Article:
KIDS COUNT factbook 2006-2007
Contact: Anne Roberts
405-236-5437, ext. 101
Oklahoma KIDS COUNT Factbook Announces Good and Bad News for Oklahoma Children
The Oklahoma Institute for Child Advocacy (OICA) will announce good news and bad news for children in their release of the 2006-2007 Oklahoma KIDS COUNT Factbook. The Factbook is an annual publication evaluating the well-being of Oklahoma’s children. A number of the factors tracked in the Factbook show improvement this year, but several areas continue to resist improvement.
An increase in the incidence of very low birthweight (less than 3 pounds, 5 ounces) and low birthweight (less than 5 ½ pounds) is demonstrated in the book. Every day in Oklahoma, eleven babies are born too small. Many babies born too small will experience serious health and/or developmental problems. As they grow, depression, anxiety, hyperactivity and aggression often create unmanageable social difficulties. In addition, the latest data shows an increase statewide in the number of child abuse and neglect confirmations. Each year in Oklahoma, almost 13,000 children are abused or neglected.
The 2006-2007 Factbook reports several areas of improvement for the state’s children. This includes a drop in births to older teens, young teens and teens overall. There was also a decline in high school dropouts, juvenile violent crime arrests, infant mortality, child death and teen death.
In addition to reporting on the overall status of children and youth in Oklahoma, the 2006-2007Factbook focuses on the impact that adverse childhood experiences have throughout the life of a person. This year’s Factbook and a series of five issue briefs present information derived from the ACE (Adverse Childhood Experience) Study, a collaborative research project of the Centers for Disease Control (CDC) and the Department of Preventive Medicine at Kaiser Permanente (KP) in San Diego, California. This on-going study has tracked over 17,000 middle-class people to determine the correlation between childhood experiences and adult health.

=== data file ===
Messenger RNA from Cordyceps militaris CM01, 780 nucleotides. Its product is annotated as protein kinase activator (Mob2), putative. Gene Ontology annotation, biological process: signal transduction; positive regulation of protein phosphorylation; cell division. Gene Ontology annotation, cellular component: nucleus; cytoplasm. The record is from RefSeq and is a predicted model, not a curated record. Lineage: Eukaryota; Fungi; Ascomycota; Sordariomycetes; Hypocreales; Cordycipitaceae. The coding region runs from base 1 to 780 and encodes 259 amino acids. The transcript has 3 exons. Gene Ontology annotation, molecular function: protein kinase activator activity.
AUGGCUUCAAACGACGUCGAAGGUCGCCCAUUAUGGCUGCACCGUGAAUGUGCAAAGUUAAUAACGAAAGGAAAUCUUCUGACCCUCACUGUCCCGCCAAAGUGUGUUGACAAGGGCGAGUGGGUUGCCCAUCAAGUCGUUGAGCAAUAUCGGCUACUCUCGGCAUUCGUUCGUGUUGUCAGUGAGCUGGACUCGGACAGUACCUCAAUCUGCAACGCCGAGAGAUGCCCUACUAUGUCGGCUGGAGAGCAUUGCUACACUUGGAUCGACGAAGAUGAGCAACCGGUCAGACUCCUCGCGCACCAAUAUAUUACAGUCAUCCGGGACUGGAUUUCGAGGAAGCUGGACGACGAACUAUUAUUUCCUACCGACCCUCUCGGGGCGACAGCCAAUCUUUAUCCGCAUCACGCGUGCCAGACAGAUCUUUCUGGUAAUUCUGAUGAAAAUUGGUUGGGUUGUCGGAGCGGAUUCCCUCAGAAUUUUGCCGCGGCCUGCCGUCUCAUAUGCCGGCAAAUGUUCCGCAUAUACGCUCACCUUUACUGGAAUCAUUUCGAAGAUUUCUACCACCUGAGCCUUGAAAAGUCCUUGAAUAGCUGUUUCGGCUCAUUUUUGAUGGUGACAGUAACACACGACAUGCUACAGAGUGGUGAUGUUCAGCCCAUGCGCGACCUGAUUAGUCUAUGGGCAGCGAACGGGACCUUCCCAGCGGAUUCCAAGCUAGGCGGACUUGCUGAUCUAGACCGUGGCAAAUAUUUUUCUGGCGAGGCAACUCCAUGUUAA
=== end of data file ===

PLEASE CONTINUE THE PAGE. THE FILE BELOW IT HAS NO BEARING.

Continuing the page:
Divided into ten ACE categories, the study examines five areas of child maltreatment and five areas of household or family dysfunction: emotional abuse, physical abuse, sexual abuse, emotional neglect, physical neglect, mother treated violently, household substance abuse, household mental illness, parental separation or divorce and incarcerated household member. The study draws an undeniable connection between the traumas and family dysfunction suffered as children to health conditions years later.
According to Anne Roberts, OICA’s executive director, “The findings of this study were startling. Adverse childhood experiences are vastly more common than generally recognized. In order to improve the overall quality of health in our state, we must improve the life experiences of our children.”
Dr. Vincent Felitti, author of the Adverse Childhood Experience (ACE) Study, will be in Oklahoma on January 25 for the release of the 2006-2007 Oklahoma KIDS COUNT Factbook. In addition, Dr. Felitti will present the findings of the ACE Study in a variety of settings on that day, beginning with Pediatric Grand Rounds in OKC, which is free and open to the public. This will be followed by a luncheon presentation for health professionals and a Children’s Policy orientation for policy makers at the Oklahoma History Center. For more information about the 2006-2007 Factbook or Dr. Felitti’s lectures on January 25, go to www.oica.org or call 405/236-5437.
Read More: Facts-at-a-Glance